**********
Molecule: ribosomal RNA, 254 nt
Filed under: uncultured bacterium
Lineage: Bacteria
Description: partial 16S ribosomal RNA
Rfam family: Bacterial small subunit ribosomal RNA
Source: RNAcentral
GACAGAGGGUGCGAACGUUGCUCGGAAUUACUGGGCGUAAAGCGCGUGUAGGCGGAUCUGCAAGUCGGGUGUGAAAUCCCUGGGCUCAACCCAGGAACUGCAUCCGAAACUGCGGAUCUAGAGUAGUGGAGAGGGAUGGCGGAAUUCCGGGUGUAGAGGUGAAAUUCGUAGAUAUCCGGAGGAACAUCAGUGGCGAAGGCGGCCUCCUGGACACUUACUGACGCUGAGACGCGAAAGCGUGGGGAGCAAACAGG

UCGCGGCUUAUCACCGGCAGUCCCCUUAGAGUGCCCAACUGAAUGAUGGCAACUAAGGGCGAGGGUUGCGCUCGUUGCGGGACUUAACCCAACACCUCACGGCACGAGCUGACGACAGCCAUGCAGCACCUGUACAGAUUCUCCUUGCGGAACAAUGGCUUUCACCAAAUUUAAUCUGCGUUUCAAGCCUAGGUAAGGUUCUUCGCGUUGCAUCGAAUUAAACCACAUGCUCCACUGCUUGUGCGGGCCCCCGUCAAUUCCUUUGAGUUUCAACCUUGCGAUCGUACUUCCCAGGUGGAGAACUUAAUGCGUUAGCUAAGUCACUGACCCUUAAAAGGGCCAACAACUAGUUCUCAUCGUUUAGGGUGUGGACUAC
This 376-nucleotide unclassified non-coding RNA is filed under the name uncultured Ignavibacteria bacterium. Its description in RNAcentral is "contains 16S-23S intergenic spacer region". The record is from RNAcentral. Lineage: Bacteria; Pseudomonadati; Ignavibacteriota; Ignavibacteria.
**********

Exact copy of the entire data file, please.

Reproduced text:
Molecule: ribosomal RNA, 254 nt
Filed under: uncultured bacterium
Lineage: Bacteria
Description: partial 16S ribosomal RNA
Rfam family: Bacterial small subunit ribosomal RNA
Source: RNAcentral
GACAGAGGGUGCGAACGUUGCUCGGAAUUACUGGGCGUAAAGCGCGUGUAGGCGGAUCUGCAAGUCGGGUGUGAAAUCCCUGGGCUCAACCCAGGAACUGCAUCCGAAACUGCGGAUCUAGAGUAGUGGAGAGGGAUGGCGGAAUUCCGGGUGUAGAGGUGAAAUUCGUAGAUAUCCGGAGGAACAUCAGUGGCGAAGGCGGCCUCCUGGACACUUACUGACGCUGAGACGCGAAAGCGUGGGGAGCAAACAGG

UCGCGGCUUAUCACCGGCAGUCCCCUUAGAGUGCCCAACUGAAUGAUGGCAACUAAGGGCGAGGGUUGCGCUCGUUGCGGGACUUAACCCAACACCUCACGGCACGAGCUGACGACAGCCAUGCAGCACCUGUACAGAUUCUCCUUGCGGAACAAUGGCUUUCACCAAAUUUAAUCUGCGUUUCAAGCCUAGGUAAGGUUCUUCGCGUUGCAUCGAAUUAAACCACAUGCUCCACUGCUUGUGCGGGCCCCCGUCAAUUCCUUUGAGUUUCAACCUUGCGAUCGUACUUCCCAGGUGGAGAACUUAAUGCGUUAGCUAAGUCACUGACCCUUAAAAGGGCCAACAACUAGUUCUCAUCGUUUAGGGUGUGGACUAC
This 376-nucleotide unclassified non-coding RNA is filed under the name uncultured Ignavibacteria bacterium. Its description in RNAcentral is "contains 16S-23S intergenic spacer region". The record is from RNAcentral. Lineage: Bacteria; Pseudomonadati; Ignavibacteriota; Ignavibacteria.